Intel Corporation (NASDAQ:INTC) awarded $500,000 to the winners of the “Make it Wearable” contest. The winning team developed a wristband that can be transformed into camera-equipped drone. The chipmaker believes that these innovations will help the company to gain a leading position in the fast-growing wearables market.
Event to help Intel explore options
Nixie quadcopters can be wrapped around the wrist, and when activated, spring into the air to click pictures from places. After taking a picture, it comes back to its owners like a boomerang, and then integrates with the smartphone.
Brian Kranich, CEO of the company started “Make it Wearable” contest in January to encourage the entrepreneurs and hobbyists to sync Intel chips with innovative wearable technology. The prize money will help the winners to launch their prototypes into the market.
Innovations in the finals included a pad that enables premature babies in incubators to feel the heartbeat of their mothers and a necklace that use pulses to give cyclists turn-by-turn directions.
“This was an experiment to see what we could do in this space and see what kind of creativity we could spawn,” Krzanich said at an award event on Monday. He added that the real value added was the diversity of the teams and ideas.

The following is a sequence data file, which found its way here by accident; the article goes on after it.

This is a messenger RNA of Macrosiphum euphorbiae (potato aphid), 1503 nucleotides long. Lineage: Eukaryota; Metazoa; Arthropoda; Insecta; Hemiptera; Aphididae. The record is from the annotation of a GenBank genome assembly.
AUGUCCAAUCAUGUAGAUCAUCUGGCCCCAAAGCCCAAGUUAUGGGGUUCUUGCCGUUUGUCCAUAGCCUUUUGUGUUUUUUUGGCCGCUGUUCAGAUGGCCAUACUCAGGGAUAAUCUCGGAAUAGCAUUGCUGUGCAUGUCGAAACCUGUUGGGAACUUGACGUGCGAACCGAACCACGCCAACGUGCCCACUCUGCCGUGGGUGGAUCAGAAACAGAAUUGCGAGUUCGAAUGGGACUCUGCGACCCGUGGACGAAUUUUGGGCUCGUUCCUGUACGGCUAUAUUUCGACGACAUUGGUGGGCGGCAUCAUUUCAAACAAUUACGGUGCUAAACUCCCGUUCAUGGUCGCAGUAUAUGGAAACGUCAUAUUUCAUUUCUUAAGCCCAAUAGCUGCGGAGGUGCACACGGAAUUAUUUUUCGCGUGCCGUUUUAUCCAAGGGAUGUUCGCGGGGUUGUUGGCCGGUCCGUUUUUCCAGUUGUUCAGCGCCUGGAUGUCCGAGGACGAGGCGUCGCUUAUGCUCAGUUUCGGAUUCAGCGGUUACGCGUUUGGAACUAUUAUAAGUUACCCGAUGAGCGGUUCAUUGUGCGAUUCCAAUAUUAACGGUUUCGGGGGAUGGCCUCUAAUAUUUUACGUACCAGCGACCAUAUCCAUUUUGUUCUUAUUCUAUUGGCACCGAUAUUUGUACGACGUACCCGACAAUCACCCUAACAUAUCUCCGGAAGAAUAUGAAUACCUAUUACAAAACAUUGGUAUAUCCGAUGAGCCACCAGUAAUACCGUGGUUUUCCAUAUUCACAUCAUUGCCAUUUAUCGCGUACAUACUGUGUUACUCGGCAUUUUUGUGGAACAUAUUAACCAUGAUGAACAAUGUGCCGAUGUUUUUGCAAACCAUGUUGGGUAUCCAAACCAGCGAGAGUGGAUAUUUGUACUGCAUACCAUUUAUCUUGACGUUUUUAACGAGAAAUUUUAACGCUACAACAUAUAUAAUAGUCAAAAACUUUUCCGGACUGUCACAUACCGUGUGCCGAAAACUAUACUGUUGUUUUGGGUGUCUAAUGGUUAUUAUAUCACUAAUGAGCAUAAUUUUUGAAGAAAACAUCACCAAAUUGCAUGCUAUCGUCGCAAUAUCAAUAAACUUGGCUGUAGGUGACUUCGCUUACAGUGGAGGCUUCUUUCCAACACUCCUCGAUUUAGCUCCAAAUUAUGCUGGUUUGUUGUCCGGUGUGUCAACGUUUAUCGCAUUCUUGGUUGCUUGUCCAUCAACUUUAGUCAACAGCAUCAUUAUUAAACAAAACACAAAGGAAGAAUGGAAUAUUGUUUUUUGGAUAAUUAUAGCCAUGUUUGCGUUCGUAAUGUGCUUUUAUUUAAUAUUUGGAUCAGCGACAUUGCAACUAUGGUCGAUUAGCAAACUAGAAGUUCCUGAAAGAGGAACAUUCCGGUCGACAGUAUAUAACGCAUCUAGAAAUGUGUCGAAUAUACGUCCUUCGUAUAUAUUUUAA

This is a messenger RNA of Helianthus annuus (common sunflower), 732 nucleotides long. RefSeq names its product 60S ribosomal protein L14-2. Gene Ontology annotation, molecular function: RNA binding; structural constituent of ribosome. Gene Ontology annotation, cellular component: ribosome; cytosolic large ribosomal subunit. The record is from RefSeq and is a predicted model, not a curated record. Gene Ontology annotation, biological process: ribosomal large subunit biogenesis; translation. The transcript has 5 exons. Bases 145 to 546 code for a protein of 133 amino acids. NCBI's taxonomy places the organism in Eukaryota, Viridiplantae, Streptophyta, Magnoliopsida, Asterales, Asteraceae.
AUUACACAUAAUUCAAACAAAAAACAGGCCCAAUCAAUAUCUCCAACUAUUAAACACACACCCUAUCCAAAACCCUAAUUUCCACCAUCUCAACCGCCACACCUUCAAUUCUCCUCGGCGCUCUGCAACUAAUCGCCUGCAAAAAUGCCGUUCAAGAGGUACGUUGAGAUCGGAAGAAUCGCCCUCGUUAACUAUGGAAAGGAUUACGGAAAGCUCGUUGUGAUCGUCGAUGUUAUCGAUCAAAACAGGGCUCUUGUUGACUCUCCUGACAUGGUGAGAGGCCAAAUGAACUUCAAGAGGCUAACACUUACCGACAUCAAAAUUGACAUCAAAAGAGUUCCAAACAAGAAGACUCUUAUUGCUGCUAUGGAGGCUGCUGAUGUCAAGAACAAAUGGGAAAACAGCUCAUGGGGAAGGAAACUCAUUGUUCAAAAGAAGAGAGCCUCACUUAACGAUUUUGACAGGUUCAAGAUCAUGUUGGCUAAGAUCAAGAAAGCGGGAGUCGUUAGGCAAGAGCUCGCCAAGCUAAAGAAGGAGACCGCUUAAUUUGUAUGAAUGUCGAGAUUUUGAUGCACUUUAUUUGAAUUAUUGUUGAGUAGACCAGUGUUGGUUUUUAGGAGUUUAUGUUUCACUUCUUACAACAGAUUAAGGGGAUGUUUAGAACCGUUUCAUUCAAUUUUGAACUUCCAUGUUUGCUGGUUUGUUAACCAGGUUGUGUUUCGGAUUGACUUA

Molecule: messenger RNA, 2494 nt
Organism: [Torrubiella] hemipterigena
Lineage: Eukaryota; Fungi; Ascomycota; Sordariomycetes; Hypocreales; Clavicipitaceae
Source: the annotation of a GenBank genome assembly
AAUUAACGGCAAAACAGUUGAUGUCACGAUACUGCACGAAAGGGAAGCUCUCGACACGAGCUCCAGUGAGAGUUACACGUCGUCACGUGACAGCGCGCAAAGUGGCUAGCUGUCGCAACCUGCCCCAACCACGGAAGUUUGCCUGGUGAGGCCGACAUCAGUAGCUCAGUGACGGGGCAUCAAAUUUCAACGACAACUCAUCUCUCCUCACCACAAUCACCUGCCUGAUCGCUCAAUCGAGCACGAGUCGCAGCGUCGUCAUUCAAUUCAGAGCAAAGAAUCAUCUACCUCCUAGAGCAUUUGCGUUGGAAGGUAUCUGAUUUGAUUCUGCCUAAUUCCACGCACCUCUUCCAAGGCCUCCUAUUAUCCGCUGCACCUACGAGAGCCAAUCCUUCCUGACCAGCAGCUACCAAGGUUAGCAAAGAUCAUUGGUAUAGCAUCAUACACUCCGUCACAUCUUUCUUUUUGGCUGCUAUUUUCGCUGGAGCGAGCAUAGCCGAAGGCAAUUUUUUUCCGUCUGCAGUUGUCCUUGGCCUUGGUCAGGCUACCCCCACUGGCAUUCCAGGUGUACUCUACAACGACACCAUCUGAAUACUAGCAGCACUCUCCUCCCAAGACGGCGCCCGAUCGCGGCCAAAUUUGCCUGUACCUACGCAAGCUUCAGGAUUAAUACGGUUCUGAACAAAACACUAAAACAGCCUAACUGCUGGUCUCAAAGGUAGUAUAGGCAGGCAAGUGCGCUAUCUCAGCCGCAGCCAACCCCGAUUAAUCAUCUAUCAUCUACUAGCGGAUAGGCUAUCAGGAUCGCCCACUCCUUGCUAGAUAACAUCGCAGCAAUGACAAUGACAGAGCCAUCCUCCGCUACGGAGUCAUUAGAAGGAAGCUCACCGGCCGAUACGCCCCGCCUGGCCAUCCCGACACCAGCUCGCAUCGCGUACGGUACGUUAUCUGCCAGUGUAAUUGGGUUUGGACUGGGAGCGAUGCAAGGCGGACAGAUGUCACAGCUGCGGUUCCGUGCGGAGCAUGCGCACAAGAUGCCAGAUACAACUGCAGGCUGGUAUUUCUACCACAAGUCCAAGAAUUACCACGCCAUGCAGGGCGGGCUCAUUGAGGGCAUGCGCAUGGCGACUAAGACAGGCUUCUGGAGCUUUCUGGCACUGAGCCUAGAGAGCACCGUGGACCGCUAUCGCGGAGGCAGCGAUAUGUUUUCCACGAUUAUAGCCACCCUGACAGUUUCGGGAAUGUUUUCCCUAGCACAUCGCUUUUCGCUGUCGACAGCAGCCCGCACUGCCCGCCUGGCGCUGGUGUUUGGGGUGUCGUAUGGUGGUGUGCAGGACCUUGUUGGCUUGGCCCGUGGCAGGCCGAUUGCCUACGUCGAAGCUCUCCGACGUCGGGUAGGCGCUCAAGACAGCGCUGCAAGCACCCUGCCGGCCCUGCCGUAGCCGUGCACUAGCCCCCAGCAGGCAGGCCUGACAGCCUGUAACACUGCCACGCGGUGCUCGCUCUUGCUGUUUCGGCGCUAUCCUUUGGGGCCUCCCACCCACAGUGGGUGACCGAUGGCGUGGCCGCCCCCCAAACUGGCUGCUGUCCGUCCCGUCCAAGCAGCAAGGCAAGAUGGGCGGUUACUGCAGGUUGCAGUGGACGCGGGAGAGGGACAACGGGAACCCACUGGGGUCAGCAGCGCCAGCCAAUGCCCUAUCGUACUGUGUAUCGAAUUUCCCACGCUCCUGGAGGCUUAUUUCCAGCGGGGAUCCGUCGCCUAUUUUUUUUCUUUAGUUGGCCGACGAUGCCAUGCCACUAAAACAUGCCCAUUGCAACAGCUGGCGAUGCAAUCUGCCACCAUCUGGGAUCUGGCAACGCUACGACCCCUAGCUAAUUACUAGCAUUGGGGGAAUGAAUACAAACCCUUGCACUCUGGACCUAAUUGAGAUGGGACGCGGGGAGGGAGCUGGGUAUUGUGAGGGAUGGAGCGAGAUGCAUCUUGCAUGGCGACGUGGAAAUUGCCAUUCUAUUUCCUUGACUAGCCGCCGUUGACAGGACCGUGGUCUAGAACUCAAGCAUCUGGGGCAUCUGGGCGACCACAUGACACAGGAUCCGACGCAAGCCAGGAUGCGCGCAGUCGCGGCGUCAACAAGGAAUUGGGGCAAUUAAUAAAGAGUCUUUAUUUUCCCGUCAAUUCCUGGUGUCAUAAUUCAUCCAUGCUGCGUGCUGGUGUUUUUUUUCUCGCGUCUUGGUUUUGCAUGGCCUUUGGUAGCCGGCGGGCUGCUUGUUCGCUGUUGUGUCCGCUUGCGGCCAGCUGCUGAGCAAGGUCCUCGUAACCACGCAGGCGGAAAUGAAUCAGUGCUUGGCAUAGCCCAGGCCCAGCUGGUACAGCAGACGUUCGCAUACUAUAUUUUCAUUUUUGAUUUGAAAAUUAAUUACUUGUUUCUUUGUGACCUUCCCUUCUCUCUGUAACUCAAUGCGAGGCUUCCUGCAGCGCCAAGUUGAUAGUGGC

Intel has lagged Qualcomm in mobile in the recent years, and has been late to enter the smartphones and tablet market. Therefore, the company wants to do every bit to ensure that their processors are used in the latest applications.
Wearable next target for Intel
Some of the biggest names in tech such as Apple Inc. (NASDAQ:AAPL), Samsung and Motorola are coming up with smart watches and fitness bands, but the wearable category still has a long way to go. Apple is planning to launch a smartwatch in 2015.
Intel Corporation (NASDAQ:INTC) clearly dominates the PC chip arena, and recently the company has bought a health tracker start-up (Basis) and entered into a deal for another wrist worn gadget with Fossil and Opening Ceremony. Krzanich thinks that other hobbyists also have a good chance to come up with some compelling gadgets similar to what large tech companies are eying.
Separately, Intel also launched Edison, a computer as small as an SD card that is designed to enable clothing and gadget makers to use the firm’s platform in wearable products.